Table of Contents

11.3.6 Merging of High-speed Major Roads

A different type of operation applies where it is necessary to merge two high-speed roads that are of similar importance – referred to as a branch connection. In this case, the two roadways meet tangentially instead of at a slight angle as with a ramp (1:50). The angle associated with a normal ramp is intended to provide a cue for an impending lane change which is not the case in a treatment for two high-speed roads.

Figure 11.8 illustrates the principle of merging two major roadways, where the layout is based on achieving a high standard of alignment for both high-speed movements. This arrangement may be used at a system interchange.

It is very important that right-hand merges are avoided in greenfield projects (preferably re‑designed at other sites) because of the safety and operational problems they cause. This means that the merging streams should have their own lanes after the merge and any reduction in the total number of lanes beyond the merge should be achieved in a manner similar to that shown in Figure 11.8(b), using a left-hand merge on the outermost left-hand lane. If the right-hand branch carries significantly lower volumes than the left-hand roadway, then an acceptable arrangement is to bring the right-hand roadway over the left-hand roadway and create a normal left-hand merge (refer to AGTM Part 6 (Austroads 2013a).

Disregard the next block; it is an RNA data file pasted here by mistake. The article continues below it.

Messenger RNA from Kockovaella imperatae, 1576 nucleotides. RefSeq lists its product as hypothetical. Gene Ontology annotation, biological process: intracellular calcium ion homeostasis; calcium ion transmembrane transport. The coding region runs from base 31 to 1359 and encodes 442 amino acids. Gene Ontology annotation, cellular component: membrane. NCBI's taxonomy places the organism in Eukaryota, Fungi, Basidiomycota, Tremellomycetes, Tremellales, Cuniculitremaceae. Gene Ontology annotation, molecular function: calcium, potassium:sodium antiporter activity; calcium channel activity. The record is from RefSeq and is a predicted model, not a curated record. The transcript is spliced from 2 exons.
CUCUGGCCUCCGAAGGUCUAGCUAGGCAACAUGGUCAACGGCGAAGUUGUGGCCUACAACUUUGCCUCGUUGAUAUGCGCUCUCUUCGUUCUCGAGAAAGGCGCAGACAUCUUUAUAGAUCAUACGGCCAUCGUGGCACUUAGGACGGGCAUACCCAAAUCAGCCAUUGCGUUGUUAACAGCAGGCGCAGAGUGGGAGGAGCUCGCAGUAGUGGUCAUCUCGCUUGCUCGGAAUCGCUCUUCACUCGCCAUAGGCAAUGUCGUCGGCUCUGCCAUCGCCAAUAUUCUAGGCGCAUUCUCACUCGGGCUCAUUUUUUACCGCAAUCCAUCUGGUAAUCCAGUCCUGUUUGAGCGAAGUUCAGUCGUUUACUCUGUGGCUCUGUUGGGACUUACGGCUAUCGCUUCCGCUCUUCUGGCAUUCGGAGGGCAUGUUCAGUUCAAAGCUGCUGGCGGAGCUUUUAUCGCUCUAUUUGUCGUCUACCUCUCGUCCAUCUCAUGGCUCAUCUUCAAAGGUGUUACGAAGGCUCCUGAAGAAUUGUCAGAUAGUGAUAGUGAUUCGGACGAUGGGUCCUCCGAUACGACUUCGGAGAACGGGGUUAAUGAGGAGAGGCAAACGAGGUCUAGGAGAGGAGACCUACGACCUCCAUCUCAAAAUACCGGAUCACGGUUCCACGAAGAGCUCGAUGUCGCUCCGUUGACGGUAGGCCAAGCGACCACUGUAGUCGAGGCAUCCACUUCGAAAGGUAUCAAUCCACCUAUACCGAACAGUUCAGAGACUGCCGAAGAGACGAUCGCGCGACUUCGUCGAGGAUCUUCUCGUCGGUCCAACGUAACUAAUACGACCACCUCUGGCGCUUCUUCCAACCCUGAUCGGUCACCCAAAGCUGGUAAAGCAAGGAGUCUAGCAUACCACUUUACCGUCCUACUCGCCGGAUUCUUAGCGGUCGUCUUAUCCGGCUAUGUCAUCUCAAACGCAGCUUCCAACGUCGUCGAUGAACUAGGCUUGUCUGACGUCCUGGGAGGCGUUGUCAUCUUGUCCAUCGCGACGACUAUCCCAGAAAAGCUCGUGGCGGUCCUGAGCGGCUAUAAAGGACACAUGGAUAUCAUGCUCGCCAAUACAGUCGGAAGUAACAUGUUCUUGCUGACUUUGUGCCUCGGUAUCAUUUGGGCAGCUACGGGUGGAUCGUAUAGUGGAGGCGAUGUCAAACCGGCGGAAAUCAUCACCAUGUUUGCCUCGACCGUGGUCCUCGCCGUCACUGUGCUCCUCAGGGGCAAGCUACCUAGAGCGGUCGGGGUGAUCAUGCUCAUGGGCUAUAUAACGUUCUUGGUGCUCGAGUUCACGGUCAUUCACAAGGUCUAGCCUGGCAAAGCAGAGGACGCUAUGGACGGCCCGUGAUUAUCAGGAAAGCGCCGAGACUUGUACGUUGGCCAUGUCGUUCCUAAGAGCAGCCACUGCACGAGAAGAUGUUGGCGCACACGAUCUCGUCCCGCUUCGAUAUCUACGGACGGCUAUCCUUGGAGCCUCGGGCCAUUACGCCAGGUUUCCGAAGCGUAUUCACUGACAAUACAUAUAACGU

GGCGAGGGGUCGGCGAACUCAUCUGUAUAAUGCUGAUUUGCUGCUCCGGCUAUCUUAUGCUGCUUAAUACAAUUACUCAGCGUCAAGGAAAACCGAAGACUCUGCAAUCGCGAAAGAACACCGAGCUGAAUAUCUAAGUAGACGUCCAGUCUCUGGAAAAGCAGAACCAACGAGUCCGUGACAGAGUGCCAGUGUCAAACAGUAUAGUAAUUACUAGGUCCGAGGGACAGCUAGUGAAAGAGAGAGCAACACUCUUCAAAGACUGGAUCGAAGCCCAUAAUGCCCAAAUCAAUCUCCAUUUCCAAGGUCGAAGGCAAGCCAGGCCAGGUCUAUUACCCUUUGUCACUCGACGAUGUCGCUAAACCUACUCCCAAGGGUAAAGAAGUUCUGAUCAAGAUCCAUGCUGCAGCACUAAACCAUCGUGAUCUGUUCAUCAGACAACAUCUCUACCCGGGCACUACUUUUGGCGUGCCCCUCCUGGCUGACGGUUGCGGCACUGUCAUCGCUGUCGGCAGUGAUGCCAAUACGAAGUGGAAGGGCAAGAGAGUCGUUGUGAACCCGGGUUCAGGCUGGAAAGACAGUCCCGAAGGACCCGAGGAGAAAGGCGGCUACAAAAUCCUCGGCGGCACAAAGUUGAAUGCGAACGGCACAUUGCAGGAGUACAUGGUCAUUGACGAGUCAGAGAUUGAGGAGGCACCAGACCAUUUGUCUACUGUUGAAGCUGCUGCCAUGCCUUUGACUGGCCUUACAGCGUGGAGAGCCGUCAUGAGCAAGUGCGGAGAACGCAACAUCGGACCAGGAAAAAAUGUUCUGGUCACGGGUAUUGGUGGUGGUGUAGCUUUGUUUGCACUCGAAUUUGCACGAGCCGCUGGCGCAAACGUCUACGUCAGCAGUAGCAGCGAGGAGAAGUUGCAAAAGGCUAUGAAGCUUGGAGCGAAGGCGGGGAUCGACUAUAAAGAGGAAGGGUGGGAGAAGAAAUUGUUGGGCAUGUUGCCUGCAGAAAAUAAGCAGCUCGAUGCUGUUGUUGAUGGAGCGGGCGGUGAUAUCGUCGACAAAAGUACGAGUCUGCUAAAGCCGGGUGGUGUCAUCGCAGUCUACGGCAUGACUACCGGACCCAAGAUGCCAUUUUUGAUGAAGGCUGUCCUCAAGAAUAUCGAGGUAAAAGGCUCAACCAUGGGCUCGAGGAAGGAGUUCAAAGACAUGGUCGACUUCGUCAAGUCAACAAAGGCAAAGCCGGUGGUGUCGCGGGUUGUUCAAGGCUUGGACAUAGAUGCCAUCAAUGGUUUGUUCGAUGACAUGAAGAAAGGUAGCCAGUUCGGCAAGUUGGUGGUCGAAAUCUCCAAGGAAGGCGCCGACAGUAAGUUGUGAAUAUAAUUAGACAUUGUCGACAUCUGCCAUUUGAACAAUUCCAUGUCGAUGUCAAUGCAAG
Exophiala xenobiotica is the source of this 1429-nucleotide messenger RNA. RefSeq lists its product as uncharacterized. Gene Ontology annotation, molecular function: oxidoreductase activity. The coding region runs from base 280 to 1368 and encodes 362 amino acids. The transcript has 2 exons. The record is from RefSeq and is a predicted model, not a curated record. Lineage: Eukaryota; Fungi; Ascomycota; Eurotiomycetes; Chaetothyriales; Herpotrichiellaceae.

Figure 11.8: Major branch connection

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  1. T = taper length based on a rate of lateral shift of 0.6 m/s.

Source: Based on VicRoads (2011).